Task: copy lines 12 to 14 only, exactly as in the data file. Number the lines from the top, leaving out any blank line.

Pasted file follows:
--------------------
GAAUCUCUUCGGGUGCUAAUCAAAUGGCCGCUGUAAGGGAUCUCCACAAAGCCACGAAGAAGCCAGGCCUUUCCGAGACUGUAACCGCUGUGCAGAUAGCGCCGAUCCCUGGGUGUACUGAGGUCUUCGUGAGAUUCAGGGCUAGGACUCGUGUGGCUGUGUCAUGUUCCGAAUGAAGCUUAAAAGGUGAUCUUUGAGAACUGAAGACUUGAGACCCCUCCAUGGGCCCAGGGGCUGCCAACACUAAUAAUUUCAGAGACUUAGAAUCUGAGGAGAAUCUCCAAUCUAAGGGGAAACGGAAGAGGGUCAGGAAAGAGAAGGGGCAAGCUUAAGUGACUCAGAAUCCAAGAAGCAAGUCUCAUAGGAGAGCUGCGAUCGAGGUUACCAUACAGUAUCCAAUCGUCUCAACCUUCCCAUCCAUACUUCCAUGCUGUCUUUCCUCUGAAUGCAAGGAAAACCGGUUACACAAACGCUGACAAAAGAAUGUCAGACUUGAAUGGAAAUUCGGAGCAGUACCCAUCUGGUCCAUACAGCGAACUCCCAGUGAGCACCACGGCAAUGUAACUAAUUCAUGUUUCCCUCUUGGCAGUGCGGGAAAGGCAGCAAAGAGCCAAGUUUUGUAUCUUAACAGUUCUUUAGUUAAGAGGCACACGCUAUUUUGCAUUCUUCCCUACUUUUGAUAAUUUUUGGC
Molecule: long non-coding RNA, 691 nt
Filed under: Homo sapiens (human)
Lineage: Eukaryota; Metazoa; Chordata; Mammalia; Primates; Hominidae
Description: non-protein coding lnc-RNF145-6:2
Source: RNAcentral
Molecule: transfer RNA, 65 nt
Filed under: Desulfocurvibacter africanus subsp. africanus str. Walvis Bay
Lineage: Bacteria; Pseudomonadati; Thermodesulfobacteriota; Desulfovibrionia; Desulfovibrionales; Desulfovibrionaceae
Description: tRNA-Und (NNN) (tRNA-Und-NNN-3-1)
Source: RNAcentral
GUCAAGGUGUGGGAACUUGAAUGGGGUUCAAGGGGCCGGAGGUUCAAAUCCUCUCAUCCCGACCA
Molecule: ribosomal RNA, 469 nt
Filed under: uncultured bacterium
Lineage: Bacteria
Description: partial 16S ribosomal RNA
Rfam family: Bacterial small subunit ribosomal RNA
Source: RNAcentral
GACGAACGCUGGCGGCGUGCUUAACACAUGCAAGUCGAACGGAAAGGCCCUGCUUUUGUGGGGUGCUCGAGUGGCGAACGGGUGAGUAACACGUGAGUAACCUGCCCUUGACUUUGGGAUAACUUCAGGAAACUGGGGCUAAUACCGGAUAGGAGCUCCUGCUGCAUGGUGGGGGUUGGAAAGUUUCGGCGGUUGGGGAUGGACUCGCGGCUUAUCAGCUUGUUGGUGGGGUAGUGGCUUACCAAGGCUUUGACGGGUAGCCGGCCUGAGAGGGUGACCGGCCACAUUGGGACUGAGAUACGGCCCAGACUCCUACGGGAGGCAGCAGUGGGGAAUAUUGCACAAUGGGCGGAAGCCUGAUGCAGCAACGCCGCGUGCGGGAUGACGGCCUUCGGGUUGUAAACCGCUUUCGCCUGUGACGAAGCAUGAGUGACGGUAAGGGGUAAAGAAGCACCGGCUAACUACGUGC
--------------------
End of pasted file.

GUCAAGGUGUGGGAACUUGAAUGGGGUUCAAGGGGCCGGAGGUUCAAAUCCUCUCAUCCCGACCA
Molecule: ribosomal RNA, 469 nt
Filed under: uncultured bacterium